See for a large explanation for each build argument the following blog:

http://vishaljoshi.blogspot.nl/2010/11/team-build-web-deployment-web-deploy-vs.html

The arguments that you typically have to use are the following:

/p:DeployOnBuild=True
/p:DeployTarget=MsDeployPublish
/p:MSDeployServiceURL=http://servername
/p:DeployIISAppPath=”Default Web Site”
/p:CreatePackageOnPublish=False
/p:MsDeployPublishMethod=RemoteAgent
/p:AllowUntrustedCertificate=True
/p:UserName=username
/p:Password=password

Setup deployment for multiple web applications

If you have multiple web applications in a solution (like we have), you can’t use the build arguments like above because then every application would be publishing to the same website on the same server. This will fail your build definition eventually. Maybe not the first time but it will fail sometime. For me it failed every second time I tried it.

Well stop the complaining and tell me how to fix this!

Change the build arguments that you have setup above. Only use the following build arguments:

p:DeployOnBuild=True
/p:CreatePackageOnPublish=False

image

 

Now unload your projects that you want to publish and edit every project file to their specific needs. Go to the PropertyGroup of your build configuration that you are using in your build definition. I use Debug so will change that PropertyGroup.

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Use the same name as the build arguments and enter your values.

Note for exposing your publish username and password
When you setup your deployment, you have to enter your username and password. Otherwise you will get an error that your not authenticated.

C:\Program Files (x86)\MSBuild\Microsoft\VisualStudio\v10.0\Web\Microsoft.Web.Publishing.targets (3588): Web deployment task failed.(Remote agent (URL http://servername/MSDEPLOYAGENTSERVICE) could not be contacted.  Make sure the remote agent service is installed and started on the target computer.) Make sure the site name, user name, and password are correct. If the issue is not resolved, please contact your local or server administrator. Error details: Remote agent (URL http://servername/MSDEPLOYAGENTSERVICE) could not be contacted.  Make sure the remote agent service is installed and started on the target computer. An unsupported response was received. The response header ‘MSDeploy.Response’ was ” but ‘v1’ was expected. The remote server returned an error: (401) Unauthorized.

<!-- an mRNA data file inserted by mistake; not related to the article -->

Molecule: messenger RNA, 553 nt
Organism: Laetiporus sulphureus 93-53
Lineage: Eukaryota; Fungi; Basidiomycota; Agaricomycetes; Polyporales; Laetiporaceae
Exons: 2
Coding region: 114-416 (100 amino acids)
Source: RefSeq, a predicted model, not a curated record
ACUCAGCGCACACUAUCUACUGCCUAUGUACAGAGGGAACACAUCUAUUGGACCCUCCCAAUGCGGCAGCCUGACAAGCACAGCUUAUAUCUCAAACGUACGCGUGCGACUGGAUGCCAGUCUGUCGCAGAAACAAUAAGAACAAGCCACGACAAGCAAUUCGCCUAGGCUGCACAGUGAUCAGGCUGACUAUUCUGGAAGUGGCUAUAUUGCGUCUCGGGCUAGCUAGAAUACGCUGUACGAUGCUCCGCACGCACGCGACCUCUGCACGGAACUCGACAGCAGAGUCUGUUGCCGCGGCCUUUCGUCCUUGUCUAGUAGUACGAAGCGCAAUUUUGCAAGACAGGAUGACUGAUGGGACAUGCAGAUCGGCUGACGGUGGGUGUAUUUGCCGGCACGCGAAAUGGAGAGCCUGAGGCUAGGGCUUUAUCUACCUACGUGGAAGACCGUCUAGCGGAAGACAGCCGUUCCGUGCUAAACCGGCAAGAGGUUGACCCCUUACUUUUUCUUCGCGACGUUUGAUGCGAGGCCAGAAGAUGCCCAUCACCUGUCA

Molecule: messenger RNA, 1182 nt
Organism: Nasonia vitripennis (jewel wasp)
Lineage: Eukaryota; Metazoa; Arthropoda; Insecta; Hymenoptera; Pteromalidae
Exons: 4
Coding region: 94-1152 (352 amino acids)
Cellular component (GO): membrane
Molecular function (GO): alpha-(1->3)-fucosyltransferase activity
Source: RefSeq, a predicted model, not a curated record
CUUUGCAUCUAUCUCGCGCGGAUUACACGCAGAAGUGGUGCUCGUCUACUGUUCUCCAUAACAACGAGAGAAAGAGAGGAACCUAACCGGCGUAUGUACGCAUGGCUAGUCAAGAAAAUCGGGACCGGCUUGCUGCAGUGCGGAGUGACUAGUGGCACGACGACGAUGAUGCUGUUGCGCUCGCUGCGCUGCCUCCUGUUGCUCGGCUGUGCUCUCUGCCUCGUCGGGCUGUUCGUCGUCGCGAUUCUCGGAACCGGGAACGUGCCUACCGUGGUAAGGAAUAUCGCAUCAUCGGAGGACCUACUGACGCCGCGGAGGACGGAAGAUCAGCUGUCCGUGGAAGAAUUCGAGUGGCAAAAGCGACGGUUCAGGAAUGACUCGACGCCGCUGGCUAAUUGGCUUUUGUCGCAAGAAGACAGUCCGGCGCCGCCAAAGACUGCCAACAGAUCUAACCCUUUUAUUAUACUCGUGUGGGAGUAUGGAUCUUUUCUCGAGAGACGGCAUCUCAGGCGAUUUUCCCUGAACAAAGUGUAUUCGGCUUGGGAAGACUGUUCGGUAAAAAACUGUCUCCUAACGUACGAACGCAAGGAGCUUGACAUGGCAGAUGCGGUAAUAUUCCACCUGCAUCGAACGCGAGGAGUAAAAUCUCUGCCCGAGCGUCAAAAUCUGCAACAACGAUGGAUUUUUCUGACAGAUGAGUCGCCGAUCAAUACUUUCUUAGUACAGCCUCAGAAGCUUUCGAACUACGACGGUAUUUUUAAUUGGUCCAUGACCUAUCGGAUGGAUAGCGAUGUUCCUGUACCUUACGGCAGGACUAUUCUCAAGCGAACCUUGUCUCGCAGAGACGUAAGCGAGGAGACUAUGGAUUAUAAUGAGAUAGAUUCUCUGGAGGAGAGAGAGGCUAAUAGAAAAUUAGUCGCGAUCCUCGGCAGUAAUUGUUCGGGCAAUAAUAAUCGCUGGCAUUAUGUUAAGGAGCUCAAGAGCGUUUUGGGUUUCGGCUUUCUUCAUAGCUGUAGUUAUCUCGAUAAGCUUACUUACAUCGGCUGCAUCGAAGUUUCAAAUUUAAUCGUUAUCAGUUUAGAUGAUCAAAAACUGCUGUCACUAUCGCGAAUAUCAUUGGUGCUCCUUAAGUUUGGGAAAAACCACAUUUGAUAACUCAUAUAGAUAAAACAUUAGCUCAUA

For security reasons, you should not enter your username and password in your build definition. So, how to fix this?

The first thing you must do is give your TFS build service account rights to the server that your publishing to. I added it for now to the local Administrators group of my old (but still working) Windows  Server 2003 server.

The second thing that you have to do depends on which way you have setup your arguments. Use the following syntax for the build arguments in your build definition:
/p:UserName=

And for in your project file:
image

This will indicate that the username and password that will be used for deploying is the same as your build controller on your build server.

Hopefully I gave you enough information about deploying your applications. If you have any questions, don’t hesitate to contact me.

Update:
When you deployed your project and see the zip with your project in it, you should check your connectionstring in your config. It could be the case that the connectionstring is using parameters to generate the full connectionstring. This is an option that is on by default. If it is using parameters, you will see something like “$(Replaceable Token…)”.

You can simple disable this (so it will use the connectionstring that you have set in your config transform) by adding the <AutoParameterizationWebConfigConnectionStrings>False</AutoParameterizationWebConfigConnectionStrings> tag in your project file on the same place where you placed the rest of the properties.